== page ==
In the near future, I will offer tips for writing fight scenes: how to keep the tension throughout the scene, how to create suspense leading up to the fight scene, how and when to stretch out time during the scene, and on the other side of that coin, how to speed up the beats in the scene.
Can the knife grip an attacker uses indicate his or her training level?
The short answer is: no. A blade is a blade, and it will spoil anyone’s day quickly, efficiently and lethally. It doesn’t matter in whose hands it finds itself—man or woman (or child), trained or untrained.
First, let’s define terms. There are two basic grips on a knife. In Kali they are called heaven grip and earth grip. Pick up a knife. If, when holding your arm straight to the front, the point of the blade points upward, that is heaven grip. If the knife is gripped so the blade exits the fist from the pinky side and points toward the floor, that is earth grip. Continue reading
Although I would highly recommend seeing this movie, I’m not a movie critic. As I gain confidence in my writing, I am more thorough in critiquing the submissions of members of my critique group, but I would barely consider myself an expert on grammar, sentence structure, or plot. However, I am is an expert on action.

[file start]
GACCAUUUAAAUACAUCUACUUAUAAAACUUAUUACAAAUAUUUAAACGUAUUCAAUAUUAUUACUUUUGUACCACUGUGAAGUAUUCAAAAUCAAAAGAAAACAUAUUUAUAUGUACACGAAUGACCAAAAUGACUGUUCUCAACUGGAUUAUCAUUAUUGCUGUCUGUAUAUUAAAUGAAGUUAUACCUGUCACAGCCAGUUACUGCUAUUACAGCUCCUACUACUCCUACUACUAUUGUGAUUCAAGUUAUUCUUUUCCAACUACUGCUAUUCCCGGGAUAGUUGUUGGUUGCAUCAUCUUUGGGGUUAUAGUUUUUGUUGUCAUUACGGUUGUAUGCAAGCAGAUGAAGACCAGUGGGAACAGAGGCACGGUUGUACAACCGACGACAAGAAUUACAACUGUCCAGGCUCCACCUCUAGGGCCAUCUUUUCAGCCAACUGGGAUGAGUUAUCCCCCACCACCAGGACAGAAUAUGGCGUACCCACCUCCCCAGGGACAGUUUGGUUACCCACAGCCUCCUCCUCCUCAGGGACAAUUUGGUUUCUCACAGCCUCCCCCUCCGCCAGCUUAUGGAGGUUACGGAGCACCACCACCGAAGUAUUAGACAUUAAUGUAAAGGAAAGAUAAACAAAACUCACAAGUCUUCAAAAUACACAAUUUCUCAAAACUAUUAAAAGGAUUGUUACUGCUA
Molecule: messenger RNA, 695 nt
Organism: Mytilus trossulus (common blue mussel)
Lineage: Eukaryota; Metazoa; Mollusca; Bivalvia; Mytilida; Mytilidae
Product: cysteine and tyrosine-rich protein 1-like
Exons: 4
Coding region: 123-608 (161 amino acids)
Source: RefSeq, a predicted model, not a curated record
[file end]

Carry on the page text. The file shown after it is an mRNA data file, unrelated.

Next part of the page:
This movie starts at the end, my favorite type of beginning. In the last scene before going to the “Three Months Earlier” narrative, Marcus Luttrell’s character is flat lining. The movie then breaks to scenes from Navy SEAL training, camaraderie among the members of the various teams, a briefing, problems with communications and the operation. These were great “waiting for the other shoe to drop” type scenes, necessary to the story, but of course, being the action junkie that I am, the action was what I was there for. Continue reading
My last blog talked about the inherent weakness of the fist. So, if not a fist, what? The palm heel, that’s what. The palm heel is the area at the base of your palm. To find it put your arm out straight, bend your hand back as if you are going to push open a door. That’s it. That’s the palm heel position.
The palm heel is proof that God loves us and wants us to defend ourselves. It neatly fits under the chin. It fits into the temple. It fits into the soft tissue behind the ear, the indentation at the base of the skull, the eye socket, the area under the nose, and even the solar plexus. It’s effective as a kidney blow. And after an upper strike to the chin, the fingers are right there to rake the eyes, pull the hair or pull the ear (yes, the ear).
Form a fist. Look at it. If you’re looking at the knuckles, you are looking at the weakest striking surface. They are unprotected by fat or muscle. They are small. They are vulnerable. The back of the fist is a stronger striking surface, but against a hard target like the human skull, there’s still the danger of fracturing the small bones of the hand. The lateral, or outside, edge of the fist (known as the hammer fist) is stronger, but against something like a skull, there’s still the danger of fracturing the small bones on the outside of the hand. The impact would hurt like heck, but you would retain use of some of your hand, if you’re lucky…and have dense bones.